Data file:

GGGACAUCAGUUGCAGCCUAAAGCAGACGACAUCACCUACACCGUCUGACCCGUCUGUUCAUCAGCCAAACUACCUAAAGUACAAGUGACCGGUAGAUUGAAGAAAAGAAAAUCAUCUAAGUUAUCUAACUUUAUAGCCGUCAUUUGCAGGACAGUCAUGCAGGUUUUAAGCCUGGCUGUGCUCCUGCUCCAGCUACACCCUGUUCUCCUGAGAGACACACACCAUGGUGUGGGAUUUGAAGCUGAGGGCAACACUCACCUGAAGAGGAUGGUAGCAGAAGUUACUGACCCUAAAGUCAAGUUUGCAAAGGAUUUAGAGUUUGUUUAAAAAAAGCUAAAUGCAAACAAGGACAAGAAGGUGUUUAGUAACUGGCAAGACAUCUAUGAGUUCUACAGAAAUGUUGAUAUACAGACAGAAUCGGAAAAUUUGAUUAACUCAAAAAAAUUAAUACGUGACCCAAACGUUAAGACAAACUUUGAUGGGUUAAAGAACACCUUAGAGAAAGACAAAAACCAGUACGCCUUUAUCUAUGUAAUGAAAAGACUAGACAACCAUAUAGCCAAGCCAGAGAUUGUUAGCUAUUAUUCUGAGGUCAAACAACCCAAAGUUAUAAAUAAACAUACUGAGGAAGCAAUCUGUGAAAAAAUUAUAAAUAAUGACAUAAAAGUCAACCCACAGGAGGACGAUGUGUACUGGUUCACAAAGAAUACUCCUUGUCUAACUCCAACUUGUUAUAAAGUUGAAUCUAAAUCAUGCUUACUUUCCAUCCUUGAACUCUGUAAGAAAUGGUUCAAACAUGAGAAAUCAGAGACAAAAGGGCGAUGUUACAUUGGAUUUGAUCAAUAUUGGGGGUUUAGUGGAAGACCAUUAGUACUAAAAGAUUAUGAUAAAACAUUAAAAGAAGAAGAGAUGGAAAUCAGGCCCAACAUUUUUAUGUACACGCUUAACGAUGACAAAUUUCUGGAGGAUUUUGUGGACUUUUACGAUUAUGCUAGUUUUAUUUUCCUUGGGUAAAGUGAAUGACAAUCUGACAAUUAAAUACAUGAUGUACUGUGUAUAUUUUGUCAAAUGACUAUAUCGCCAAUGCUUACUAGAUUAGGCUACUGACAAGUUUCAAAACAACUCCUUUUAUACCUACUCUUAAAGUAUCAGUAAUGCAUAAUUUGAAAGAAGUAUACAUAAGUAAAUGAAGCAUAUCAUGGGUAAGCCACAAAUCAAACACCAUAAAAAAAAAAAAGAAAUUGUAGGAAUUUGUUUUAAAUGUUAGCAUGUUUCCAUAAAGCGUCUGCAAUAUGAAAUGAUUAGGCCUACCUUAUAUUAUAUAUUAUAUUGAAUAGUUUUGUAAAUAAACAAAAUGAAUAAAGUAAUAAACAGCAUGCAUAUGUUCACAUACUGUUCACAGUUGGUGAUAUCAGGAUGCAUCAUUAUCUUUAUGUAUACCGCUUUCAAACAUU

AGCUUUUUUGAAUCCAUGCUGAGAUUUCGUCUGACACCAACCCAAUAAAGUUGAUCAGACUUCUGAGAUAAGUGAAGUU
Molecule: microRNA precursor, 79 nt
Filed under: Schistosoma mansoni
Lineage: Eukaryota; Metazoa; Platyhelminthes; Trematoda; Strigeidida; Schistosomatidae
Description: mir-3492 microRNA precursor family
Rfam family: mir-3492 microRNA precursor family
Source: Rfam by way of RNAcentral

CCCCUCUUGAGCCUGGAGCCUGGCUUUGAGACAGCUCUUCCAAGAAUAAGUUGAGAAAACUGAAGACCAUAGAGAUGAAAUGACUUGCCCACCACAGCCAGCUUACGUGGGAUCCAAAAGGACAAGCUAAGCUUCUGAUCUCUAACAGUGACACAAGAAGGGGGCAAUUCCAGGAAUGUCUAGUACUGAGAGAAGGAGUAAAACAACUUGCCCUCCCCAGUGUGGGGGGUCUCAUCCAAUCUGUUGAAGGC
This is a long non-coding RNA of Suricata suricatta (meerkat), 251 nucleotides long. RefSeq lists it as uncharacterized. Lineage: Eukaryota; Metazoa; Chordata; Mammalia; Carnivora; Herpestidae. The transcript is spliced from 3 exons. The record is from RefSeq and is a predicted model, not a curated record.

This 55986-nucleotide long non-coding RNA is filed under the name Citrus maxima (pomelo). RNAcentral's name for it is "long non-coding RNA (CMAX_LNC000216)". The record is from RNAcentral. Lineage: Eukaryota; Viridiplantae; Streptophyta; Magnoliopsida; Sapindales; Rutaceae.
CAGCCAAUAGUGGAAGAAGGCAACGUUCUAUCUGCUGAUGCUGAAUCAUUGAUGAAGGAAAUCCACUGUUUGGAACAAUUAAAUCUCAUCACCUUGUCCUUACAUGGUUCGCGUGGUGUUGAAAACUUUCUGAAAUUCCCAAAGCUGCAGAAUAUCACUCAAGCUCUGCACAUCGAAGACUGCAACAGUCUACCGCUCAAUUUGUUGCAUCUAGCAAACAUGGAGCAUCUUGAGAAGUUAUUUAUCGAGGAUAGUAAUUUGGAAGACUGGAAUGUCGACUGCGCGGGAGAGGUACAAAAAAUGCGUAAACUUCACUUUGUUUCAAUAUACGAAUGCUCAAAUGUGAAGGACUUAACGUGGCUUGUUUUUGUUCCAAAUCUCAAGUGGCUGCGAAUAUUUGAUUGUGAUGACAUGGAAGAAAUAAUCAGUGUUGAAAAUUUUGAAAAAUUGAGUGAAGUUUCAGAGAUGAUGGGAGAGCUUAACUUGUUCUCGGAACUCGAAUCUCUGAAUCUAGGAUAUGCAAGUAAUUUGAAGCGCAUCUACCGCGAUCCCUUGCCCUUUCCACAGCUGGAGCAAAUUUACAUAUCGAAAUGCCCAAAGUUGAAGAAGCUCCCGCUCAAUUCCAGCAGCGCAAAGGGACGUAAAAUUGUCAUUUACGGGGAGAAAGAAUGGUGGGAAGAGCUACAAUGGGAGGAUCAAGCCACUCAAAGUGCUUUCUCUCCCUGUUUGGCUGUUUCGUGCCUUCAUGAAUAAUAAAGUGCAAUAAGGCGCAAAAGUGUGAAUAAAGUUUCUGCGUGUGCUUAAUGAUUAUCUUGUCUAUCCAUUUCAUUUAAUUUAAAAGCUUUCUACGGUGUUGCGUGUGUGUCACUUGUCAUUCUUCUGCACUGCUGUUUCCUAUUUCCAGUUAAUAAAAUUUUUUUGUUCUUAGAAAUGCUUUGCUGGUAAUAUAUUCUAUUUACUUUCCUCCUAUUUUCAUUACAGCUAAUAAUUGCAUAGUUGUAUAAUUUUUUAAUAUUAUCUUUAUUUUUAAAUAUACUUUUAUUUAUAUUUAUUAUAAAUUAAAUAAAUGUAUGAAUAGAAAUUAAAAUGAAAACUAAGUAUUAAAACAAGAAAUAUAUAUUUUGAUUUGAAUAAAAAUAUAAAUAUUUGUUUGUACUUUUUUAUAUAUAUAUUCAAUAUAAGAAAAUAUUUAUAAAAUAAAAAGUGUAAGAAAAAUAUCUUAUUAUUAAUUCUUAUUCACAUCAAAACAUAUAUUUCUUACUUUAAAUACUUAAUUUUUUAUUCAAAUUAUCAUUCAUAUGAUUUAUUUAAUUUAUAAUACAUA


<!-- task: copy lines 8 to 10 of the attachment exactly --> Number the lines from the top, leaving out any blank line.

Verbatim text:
Source: Rfam by way of RNAcentral

CCCCUCUUGAGCCUGGAGCCUGGCUUUGAGACAGCUCUUCCAAGAAUAAGUUGAGAAAACUGAAGACCAUAGAGAUGAAAUGACUUGCCCACCACAGCCAGCUUACGUGGGAUCCAAAAGGACAAGCUAAGCUUCUGAUCUCUAACAGUGACACAAGAAGGGGGCAAUUCCAGGAAUGUCUAGUACUGAGAGAAGGAGUAAAACAACUUGCCCUCCCCAGUGUGGGGGGUCUCAUCCAAUCUGUUGAAGGC
This is a long non-coding RNA of Suricata suricatta (meerkat), 251 nucleotides long. RefSeq lists it as uncharacterized. Lineage: Eukaryota; Metazoa; Chordata; Mammalia; Carnivora; Herpestidae. The transcript is spliced from 3 exons. The record is from RefSeq and is a predicted model, not a curated record.